Lung Cancer Harms Women Silently

An interesting study about the lack of noticeable symptoms may explain, in part, why Dana Reeve died so tragically and far too early from lung cancer last year.

Scientists believe the relative absence of chronic obstructive pulmonary disease (COPD), the permanent reduction of lung functioning, among women may be deceptive, based on a study of nearly 300 men and women newly diagnosed with lung cancer. Some 73 percent of the male patients had COPD, compared to just 52 percent of women. And, among those who were smokers, the difference in percentages between women and men were close to identical.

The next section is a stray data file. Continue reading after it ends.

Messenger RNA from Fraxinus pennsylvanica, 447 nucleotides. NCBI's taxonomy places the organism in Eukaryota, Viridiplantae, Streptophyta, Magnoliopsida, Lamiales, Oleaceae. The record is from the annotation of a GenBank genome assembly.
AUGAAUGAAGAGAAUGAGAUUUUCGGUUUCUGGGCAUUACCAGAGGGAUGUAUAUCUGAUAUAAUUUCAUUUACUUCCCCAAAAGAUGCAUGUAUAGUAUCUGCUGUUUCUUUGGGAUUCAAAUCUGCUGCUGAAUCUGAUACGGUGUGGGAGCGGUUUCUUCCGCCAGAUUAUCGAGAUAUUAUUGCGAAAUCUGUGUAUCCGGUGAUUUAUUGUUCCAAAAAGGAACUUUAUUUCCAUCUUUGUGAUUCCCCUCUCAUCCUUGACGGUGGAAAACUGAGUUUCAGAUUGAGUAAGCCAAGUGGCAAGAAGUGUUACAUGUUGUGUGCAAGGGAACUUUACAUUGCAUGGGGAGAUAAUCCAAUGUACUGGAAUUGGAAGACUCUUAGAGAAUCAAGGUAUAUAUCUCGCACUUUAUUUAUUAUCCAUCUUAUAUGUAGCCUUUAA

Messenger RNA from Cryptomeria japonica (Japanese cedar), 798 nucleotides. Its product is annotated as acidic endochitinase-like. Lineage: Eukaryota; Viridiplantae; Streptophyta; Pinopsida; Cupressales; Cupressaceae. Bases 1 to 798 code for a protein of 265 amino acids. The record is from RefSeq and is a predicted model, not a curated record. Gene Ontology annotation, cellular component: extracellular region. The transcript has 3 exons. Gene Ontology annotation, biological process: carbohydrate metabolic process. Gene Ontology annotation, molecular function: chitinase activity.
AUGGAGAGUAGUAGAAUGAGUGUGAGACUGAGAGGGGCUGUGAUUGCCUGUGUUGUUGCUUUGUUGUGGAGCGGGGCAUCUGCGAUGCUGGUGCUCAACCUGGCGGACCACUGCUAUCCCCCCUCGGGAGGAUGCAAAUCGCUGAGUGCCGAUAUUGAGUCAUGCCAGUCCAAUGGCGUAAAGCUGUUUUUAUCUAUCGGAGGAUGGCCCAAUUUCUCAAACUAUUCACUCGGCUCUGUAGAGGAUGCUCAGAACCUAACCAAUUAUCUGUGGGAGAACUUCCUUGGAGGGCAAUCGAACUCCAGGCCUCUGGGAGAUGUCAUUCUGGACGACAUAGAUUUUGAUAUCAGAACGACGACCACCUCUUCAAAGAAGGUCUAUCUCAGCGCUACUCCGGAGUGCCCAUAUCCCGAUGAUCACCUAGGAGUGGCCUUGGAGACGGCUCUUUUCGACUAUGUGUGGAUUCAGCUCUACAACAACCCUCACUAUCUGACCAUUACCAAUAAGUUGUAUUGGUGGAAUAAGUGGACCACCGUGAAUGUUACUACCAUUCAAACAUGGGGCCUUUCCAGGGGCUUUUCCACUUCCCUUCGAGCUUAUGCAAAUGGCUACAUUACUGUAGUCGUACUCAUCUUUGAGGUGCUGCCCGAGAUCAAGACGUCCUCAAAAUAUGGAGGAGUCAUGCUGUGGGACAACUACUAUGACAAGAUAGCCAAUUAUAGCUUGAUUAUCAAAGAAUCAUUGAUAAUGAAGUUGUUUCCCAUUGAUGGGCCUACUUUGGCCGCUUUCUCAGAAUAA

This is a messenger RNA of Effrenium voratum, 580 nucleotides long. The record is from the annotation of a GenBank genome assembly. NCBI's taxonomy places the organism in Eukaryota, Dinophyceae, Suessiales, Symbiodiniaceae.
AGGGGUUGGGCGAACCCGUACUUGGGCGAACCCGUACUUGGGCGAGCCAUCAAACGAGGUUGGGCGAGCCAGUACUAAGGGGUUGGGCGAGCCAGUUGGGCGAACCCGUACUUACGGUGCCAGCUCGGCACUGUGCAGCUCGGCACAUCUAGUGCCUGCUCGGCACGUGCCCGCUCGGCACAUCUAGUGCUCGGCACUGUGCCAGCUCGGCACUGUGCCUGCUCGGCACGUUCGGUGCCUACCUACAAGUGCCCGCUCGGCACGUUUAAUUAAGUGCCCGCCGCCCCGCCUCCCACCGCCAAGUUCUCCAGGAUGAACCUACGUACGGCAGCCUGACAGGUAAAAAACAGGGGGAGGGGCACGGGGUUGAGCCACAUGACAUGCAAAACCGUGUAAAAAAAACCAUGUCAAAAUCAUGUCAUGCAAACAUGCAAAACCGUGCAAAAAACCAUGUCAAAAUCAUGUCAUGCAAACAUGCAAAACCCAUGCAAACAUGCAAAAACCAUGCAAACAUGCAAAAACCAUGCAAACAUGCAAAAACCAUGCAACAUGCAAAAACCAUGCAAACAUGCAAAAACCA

Another good reason for the reminder: Experts consider lung cancer to be the deadliest one out of all of them (in the same league as pancreatic cancer) with a 15 percent survival rate beyond five years.

That said, there are preventative measures you can take -- none of which have anything to do with taking a drug -- that virtually eliminate your risk of cancer. Three recommendations to get you started:

Chest, Vol. 129, No. 5, May 2006: 1305-1312

Yahoo News May 8, 2006

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